When superimposing the action spectra for formation of CPDs and for skin cancer formation in mice (34) (Fig. 1), it becomes apparent that both curves run parallel in the UVB range and in the shorter-wavelength range of UVA, up to approximately 350 nm. This has been interpreted as evidence that DNA photoproducts mediate skin carcinogenesis with UVB and UVA2 (315–340 nm). With longer wavelengths, in particular above 350 nm, the efficacy of CPD formation further declines, whereas the skin cancer action spectrum exhibits a second peak (Fig. 1). This has been interpreted such that a different type of DNA lesion significantly contributes to skin cancer formation with wavelengths above 350 nm (34, 35).

This interpretation was further supported by Enninga et al. (36). They examined mutation frequencies and photoproduct formation after exposure to different wavelengths of UVB or UVA, and found that mutation formation per DNA photoproduct increased with increasing wavelength from the UVB to the UVA range.

Mutations induced by UVA in cultured cells

  1. Top of page
  2. Summary
  3. Formation of DNA damage and mutations following exposure to different wavelengths of UV light
  4. UVA also generates pyrimidine dimers
  5. Mutations induced by UVA in cultured cells
  6. Mutations in UVA-irradiated skin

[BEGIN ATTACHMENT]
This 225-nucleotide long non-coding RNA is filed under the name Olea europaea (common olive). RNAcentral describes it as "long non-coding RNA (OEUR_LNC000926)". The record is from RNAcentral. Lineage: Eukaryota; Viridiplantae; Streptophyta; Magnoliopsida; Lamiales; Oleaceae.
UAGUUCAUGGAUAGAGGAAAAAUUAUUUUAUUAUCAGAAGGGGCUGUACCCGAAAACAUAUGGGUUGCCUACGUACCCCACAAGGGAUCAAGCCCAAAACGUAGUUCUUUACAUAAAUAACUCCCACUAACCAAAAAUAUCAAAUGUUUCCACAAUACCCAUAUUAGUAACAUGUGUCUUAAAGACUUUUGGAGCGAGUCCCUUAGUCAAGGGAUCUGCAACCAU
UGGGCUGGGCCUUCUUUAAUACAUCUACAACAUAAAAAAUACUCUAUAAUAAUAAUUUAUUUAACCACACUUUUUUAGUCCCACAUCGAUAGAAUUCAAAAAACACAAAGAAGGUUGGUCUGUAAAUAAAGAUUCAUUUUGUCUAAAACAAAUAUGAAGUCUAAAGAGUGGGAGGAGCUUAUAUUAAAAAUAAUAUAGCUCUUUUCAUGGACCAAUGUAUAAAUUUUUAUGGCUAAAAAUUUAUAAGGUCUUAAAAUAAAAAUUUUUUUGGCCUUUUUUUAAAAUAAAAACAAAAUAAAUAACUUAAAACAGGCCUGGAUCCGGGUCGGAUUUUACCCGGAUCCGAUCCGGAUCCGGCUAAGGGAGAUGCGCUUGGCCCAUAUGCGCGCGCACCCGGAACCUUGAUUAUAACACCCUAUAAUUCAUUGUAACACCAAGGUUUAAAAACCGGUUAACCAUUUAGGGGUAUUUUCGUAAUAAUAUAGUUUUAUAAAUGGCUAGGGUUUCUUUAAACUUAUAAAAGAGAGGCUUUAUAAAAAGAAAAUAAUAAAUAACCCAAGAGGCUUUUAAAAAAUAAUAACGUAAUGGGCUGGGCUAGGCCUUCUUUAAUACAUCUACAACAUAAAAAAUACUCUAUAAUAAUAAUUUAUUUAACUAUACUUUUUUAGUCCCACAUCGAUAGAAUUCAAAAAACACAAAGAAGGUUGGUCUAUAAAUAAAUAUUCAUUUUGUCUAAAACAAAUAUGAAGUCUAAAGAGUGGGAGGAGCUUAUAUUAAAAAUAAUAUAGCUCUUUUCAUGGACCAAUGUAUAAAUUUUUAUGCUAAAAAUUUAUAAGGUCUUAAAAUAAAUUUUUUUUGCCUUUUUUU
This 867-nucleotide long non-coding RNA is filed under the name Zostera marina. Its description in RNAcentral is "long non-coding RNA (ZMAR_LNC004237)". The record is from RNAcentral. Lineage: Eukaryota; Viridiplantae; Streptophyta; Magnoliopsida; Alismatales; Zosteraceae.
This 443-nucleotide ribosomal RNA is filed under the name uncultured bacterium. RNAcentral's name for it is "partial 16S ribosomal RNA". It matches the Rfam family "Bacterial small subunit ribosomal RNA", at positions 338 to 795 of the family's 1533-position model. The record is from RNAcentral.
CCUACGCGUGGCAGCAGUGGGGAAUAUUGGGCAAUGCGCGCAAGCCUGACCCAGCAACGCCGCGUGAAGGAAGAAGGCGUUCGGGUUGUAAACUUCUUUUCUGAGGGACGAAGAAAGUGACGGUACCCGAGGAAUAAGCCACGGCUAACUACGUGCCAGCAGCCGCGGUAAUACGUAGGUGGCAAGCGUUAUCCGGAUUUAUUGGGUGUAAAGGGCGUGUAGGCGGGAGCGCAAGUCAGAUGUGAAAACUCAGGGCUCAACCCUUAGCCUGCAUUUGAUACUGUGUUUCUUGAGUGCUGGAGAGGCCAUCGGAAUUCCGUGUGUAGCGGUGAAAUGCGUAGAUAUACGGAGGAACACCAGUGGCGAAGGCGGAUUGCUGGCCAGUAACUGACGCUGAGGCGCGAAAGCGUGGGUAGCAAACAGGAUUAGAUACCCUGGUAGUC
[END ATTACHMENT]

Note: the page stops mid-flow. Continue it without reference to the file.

7. Mutations in UVA-induced tumours
  8. Are UVA-induced pyrimidine dimers more mutagenic than UVB-induced pyrimidine dimers?
  9. Clinical Relevance
  10. References

The hypothesis that UVA-induced mutations, in particular those induced by UVA1 (340–400 nm), are caused by oxidative DNA damage or DNA lesions other than pyrimidine dimers can be tested by reviewing what types of mutations have been reported to be caused by UVA. If UVA-induced mutations were caused by 8-oxoG, a high ratio of G[RIGHTWARDS ARROW]T and A[RIGHTWARDS ARROW]C transversions would be expected. Accordingly, if UVA-induced mutations were caused by pyrimidine dimers, a high ratio of C[RIGHTWARDS ARROW]T transitions should be found in the spectrum of UVA-induced mutations. It is important to keep in mind, however, that it is not possible to conclude with absolute certainty which type of DNA damage (=premutagenic lesion) initiated a particular mutation, because many types of base substitution mutations have been shown to be generated by different types of DNA damage. Even CC[RIGHTWARDS ARROW]TT tandem mutations, commonly regarded as highly specific for pyrimidine dimers, have also been reported after the formation of oxidative DNA damage (37). Because most mutations are thought to be introduced during replication of damaged templates, and because pyrimidine dimers always form between adjacent pyrimidines, many researchers feel certain to assign a strand location of a premutagenic DNA lesion. This might be true for UVC, which almost exclusively generates pyrimidine dimers, but not for UVB and UVA, where various different kinds of DNA damage are formed. The ambiguity of strand assignment of the premutagenic lesion is further supported by the example of singlet oxygen-induced DNA damage, which can, as mentioned above, either damage the template (guanine in the DNA strand) or the substrate (guanine nucleotide) (31).